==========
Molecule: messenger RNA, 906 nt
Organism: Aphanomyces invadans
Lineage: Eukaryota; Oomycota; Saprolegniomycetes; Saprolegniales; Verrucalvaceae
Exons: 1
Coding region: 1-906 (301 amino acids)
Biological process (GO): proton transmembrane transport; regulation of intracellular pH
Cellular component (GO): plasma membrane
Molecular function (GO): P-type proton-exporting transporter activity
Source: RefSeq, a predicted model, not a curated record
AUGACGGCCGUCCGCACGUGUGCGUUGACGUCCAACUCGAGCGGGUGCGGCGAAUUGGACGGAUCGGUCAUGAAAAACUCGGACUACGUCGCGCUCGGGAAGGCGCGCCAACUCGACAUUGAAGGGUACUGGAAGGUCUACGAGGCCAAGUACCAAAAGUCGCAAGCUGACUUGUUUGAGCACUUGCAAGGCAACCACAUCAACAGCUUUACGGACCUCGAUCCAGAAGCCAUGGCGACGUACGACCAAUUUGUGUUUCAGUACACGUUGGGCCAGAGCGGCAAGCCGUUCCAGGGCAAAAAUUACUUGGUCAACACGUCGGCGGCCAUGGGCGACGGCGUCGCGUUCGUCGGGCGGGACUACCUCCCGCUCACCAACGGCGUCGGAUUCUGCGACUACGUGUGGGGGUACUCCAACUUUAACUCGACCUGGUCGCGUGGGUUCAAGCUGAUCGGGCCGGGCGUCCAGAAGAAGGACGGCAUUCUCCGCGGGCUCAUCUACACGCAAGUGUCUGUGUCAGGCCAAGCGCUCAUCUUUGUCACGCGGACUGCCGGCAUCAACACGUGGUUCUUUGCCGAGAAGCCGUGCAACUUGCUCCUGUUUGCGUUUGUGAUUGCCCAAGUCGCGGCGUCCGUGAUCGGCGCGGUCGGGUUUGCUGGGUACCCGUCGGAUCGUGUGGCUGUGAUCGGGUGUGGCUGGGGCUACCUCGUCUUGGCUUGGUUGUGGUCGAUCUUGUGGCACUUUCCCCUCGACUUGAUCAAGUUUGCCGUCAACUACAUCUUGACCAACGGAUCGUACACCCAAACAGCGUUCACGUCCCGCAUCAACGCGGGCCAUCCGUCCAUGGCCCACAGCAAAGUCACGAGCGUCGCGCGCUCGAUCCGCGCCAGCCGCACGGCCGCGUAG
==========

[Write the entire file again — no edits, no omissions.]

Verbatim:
Molecule: messenger RNA, 906 nt
Organism: Aphanomyces invadans
Lineage: Eukaryota; Oomycota; Saprolegniomycetes; Saprolegniales; Verrucalvaceae
Exons: 1
Coding region: 1-906 (301 amino acids)
Biological process (GO): proton transmembrane transport; regulation of intracellular pH
Cellular component (GO): plasma membrane
Molecular function (GO): P-type proton-exporting transporter activity
Source: RefSeq, a predicted model, not a curated record
AUGACGGCCGUCCGCACGUGUGCGUUGACGUCCAACUCGAGCGGGUGCGGCGAAUUGGACGGAUCGGUCAUGAAAAACUCGGACUACGUCGCGCUCGGGAAGGCGCGCCAACUCGACAUUGAAGGGUACUGGAAGGUCUACGAGGCCAAGUACCAAAAGUCGCAAGCUGACUUGUUUGAGCACUUGCAAGGCAACCACAUCAACAGCUUUACGGACCUCGAUCCAGAAGCCAUGGCGACGUACGACCAAUUUGUGUUUCAGUACACGUUGGGCCAGAGCGGCAAGCCGUUCCAGGGCAAAAAUUACUUGGUCAACACGUCGGCGGCCAUGGGCGACGGCGUCGCGUUCGUCGGGCGGGACUACCUCCCGCUCACCAACGGCGUCGGAUUCUGCGACUACGUGUGGGGGUACUCCAACUUUAACUCGACCUGGUCGCGUGGGUUCAAGCUGAUCGGGCCGGGCGUCCAGAAGAAGGACGGCAUUCUCCGCGGGCUCAUCUACACGCAAGUGUCUGUGUCAGGCCAAGCGCUCAUCUUUGUCACGCGGACUGCCGGCAUCAACACGUGGUUCUUUGCCGAGAAGCCGUGCAACUUGCUCCUGUUUGCGUUUGUGAUUGCCCAAGUCGCGGCGUCCGUGAUCGGCGCGGUCGGGUUUGCUGGGUACCCGUCGGAUCGUGUGGCUGUGAUCGGGUGUGGCUGGGGCUACCUCGUCUUGGCUUGGUUGUGGUCGAUCUUGUGGCACUUUCCCCUCGACUUGAUCAAGUUUGCCGUCAACUACAUCUUGACCAACGGAUCGUACACCCAAACAGCGUUCACGUCCCGCAUCAACGCGGGCCAUCCGUCCAUGGCCCACAGCAAAGUCACGAGCGUCGCGCGCUCGAUCCGCGCCAGCCGCACGGCCGCGUAG